Professor in the Practice, Co-Director of the Center for Business and the Environment at Yale; Director of the Research Program on Private Investment and the Environment
Mr. Gentry's research is focused on the links between financial and environmental performance, and the tools that can be used to attract–or drive–more investment into better performance. The legal aspects of these issues are the starting point for his work – whether they are agreed by investors (contracts) or imposed by governments (statutes, regulations, common law, treaties). Incorporating these legal tools into integrated frameworks for analyzing and managing the scientific, business, and policy issues facing the coupled human and natural systems on which the world’s economy depends–including land, water, energy and climate–is where most of his work is focused.
Four major types of legal tools are being applied to attract or drive private investment into improved environmental performance: enhancing the information going to investors, either through market or government-driven requirements (corporate reporting, product certification, etc.); overcoming barriers to the introduction of cleaner or more efficient technologies and approaches (monopoly network regulation, removing perverse subsidies or standards); making the polluter pay, by internalizing otherwise externalized costs of resource use (liability rules, command & control regulation, taxes); or paying the innovator, by internalizing the public benefits provided by their efforts (subsidies, tradable rights).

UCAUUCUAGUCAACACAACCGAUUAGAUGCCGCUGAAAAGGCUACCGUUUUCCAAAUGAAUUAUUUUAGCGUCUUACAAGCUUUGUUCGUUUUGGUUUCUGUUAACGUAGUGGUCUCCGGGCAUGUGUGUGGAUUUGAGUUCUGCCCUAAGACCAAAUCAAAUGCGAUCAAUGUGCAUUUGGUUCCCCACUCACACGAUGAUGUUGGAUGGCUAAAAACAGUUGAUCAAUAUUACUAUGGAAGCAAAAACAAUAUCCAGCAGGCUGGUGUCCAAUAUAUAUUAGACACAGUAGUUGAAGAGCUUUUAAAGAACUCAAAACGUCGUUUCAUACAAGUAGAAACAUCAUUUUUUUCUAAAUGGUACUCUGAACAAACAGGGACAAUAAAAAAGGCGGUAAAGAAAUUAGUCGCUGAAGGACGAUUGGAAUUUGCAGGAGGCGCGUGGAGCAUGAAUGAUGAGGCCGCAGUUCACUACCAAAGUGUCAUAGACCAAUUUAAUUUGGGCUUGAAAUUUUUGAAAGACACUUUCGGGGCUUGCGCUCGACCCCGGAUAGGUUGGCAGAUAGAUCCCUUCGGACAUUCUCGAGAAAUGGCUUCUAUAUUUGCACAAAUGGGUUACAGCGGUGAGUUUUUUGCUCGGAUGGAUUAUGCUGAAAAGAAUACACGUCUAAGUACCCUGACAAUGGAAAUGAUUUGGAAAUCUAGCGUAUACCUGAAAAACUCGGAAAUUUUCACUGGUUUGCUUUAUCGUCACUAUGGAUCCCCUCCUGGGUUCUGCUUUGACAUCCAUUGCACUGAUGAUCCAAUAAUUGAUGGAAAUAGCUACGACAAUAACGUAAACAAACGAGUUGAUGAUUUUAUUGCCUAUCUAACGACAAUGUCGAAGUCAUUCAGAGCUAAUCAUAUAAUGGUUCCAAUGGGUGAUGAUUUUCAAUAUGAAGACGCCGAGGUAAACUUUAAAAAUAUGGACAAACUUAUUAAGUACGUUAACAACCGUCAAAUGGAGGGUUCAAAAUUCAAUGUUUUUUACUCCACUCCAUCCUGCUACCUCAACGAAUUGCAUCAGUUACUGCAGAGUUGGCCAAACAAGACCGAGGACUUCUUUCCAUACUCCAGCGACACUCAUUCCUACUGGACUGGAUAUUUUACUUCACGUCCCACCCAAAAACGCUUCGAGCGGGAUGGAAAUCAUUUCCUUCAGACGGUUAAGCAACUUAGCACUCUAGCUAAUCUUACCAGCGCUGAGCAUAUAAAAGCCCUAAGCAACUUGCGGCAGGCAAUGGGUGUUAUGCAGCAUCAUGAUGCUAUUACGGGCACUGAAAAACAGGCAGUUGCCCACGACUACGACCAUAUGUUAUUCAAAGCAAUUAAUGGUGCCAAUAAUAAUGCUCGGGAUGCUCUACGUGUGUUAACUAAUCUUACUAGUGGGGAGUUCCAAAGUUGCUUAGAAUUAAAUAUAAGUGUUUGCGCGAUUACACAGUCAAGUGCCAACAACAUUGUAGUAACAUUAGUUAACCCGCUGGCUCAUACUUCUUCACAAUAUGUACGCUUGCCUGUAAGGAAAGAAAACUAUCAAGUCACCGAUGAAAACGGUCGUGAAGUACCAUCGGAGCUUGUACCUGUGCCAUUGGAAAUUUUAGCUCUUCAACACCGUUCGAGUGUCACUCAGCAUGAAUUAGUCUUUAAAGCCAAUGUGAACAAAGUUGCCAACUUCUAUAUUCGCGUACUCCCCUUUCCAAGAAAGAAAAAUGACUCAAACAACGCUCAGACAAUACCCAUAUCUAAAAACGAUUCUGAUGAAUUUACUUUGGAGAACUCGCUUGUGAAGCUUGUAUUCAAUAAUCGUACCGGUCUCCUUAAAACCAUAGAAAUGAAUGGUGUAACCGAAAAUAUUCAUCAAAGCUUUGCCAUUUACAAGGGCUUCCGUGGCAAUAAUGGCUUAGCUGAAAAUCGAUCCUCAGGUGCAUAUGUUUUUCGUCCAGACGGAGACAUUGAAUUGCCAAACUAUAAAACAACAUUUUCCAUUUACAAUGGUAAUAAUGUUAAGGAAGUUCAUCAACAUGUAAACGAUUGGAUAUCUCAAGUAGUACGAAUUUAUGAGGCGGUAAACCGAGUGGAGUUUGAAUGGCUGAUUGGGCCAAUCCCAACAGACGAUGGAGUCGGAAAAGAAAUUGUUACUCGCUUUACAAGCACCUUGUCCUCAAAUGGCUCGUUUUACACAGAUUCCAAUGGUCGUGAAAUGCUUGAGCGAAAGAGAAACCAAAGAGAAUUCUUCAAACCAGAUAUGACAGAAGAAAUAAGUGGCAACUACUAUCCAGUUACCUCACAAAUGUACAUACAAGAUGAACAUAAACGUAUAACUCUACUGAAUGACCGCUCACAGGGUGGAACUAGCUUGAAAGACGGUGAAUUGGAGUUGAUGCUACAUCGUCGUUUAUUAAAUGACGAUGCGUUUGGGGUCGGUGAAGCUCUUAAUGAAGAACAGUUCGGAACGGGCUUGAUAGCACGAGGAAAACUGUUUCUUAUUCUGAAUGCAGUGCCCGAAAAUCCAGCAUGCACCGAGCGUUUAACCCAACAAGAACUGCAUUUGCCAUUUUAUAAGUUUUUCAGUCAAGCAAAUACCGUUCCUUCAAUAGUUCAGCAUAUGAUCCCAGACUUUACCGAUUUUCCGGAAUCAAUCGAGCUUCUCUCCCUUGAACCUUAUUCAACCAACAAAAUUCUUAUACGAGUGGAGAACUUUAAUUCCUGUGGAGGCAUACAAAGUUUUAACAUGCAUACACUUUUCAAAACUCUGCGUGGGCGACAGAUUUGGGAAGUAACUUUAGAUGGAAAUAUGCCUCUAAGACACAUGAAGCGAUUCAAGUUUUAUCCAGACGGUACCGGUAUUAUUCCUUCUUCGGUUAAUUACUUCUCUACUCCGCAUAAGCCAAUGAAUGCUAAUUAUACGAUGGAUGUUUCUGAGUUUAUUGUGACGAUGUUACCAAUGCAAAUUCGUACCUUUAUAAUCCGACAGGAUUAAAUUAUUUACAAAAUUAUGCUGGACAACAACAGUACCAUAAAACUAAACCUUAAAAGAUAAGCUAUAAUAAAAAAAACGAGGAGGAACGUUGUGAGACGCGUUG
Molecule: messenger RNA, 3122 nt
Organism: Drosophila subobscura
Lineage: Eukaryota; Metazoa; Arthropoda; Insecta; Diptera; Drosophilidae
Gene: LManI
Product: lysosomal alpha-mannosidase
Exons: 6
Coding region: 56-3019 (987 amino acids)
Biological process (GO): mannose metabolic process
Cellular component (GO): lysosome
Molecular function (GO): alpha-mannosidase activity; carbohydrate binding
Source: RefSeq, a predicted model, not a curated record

Working with collaborators around the world, the core of Mr. Gentry's research is exploring how these tools can be used, both in case studies–across investors, sectors and locations–and through application of lessons learned, including in the following areas: Emerging markets for ecosystem services–understanding the scientific, business and policy aspects of efforts to expand the markets for watershed protection, health improvement, carbon sequestration and biodiversity conservation services. Improving urban ecosystem services through partnerships–collecting, analyzing and distilling lessons learned from efforts to use public-private partnerships to improve the delivery of urban environmental services, including the design of an analytical framework for building partnerships in any sector or context. Financing the response to climate change – collecting data on and informing policy initiatives to help tap and expand the mix of private and public “pots of money” being used to finance climate mitigation and adaptation.